I got back from the remote Hawaiian island of Kauai a few days ago (with a truly excellent stop over in Toronto on my way home – see previous post from April, 2017, “I Heart Canada”) and when I stepped outside from the train from the airport in Toronto and breathed in that cool winter air I felt like I was home again. So I’m finally back for more than a day or two and I’ll catch you up on everything:
– Highlights from Kauai
– Highlights from Banjo Gathering
– Highlights from Lovestruck Balladeers Tour
– New Videos
– Upcoming Stuff
– Book Report
HIGHLIGHTS FROM KAUAI
So, Kauai. It’s an interesting place. In terms of the landscape and plant life it was sort of an Alice in Wonderland experience for me. Dramatically beautiful views everywhere you look, avocado, mango, citrus, passionfruit (“lilikoi” in Hawaiian), coconut, papaya, and even more kinds of fruit trees growing everywhere, no predators or fearsome creatures anywhere unless you count the ubiquitous roosters. (I heard about these giant venomous centipedes but luckily never saw one.) So it was delightful and disconcerting at the same time.
The festival was a blast. I got to hang and play with my Foghorn Stringband pals as well as Austin and Courtney Derryberry, Cajun Country Revival, and a number of other good friends, and I got to meet a bunch of great new friends as well. Hearing some traditional Hawaiian music in person for the first time was fantastic. And playing Mauna Loa, Joe Morley’s banjo tribute to Hawaiian music, during a solo set at the festival was a particular honor and a treat for me.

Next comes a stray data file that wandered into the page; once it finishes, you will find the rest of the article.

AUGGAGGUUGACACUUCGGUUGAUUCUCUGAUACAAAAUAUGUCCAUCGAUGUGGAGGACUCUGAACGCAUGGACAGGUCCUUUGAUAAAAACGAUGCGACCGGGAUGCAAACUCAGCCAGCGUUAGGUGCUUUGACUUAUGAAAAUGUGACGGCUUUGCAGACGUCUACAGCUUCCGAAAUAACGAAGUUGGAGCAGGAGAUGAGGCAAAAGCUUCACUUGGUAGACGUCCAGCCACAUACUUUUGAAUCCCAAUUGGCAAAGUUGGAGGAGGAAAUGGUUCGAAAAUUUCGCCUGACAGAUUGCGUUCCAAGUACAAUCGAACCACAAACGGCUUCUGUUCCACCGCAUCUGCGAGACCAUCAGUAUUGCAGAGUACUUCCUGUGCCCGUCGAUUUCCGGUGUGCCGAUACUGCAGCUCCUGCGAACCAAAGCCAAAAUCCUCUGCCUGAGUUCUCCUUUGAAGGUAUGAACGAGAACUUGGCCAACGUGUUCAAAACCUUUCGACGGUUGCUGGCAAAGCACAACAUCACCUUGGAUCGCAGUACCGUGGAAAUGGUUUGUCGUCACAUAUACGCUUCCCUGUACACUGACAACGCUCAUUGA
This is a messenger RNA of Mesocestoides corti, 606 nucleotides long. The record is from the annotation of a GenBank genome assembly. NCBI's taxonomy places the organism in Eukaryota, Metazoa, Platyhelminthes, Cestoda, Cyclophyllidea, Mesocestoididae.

After the festival I stuck around for another week and got to meet some more local musicians and hear some great music, especially Doug & Sandy McMaster’s traditional slack key guitar concert. I did some busking at the Hanapepe Art Night, had a jam at the uke shop, spent Thanksgiving on an organic farm with amazing new friends and incredible food, ate lots and lots of amazing foods, and oh yeah I even tried surfing one day! I got a lot of inspiration from this visit and hope to return to Kauai some day.
I just have to say something about the Banjo Gathering, which took place in Bristol, VA/TN, at the Birthplace of Country Music Museum just before I went to Hawaii. It was a small gathering of banjo fanatics who got together mainly for show and tell with their awesome banjo collections and for semi-academic style presentations on a range of banjo-related topics.
Michael Wright presented on the topic of Influence of the 5-String Banjo on Early Hawaiian Music, which I found especially interesting as I was about to go to Hawaii. The ukulele is Hawaii’s instrument but it is not particularly ancient, and the case can be made that the 5-string banjo played a part in the development of the uke. Many mysteries there, but very fun to think about. Also, early Hawaiian string band music is amazing!
I also liked a presentation by Christian Stanfield (of the Side Street Steppers) called Late 19th Century Banjo Antecedents in Early 20th Century Popular Music, in which he demonstrated, using a pair of Gramophones and a beautiful collection of original 78’s, the influence of early fingerstyle, or “classic” style banjo in early recordings of country and old time music, including recordings of Uncle Dave Macon and Dock Boggs playing in the older “classic” style of fingerpicking as opposed to the more “primitive” or “down-home” or “old timey” styles they were known for, showing that, as professionals, they played whatever the public or the record companies told them to play, but as musicians they were capable of much more.
Speaking of Uncle Dave, his great-grandson was there and gave two presentations about his life and times in support of the newly published biography he’d written. It’s on my list of books to read!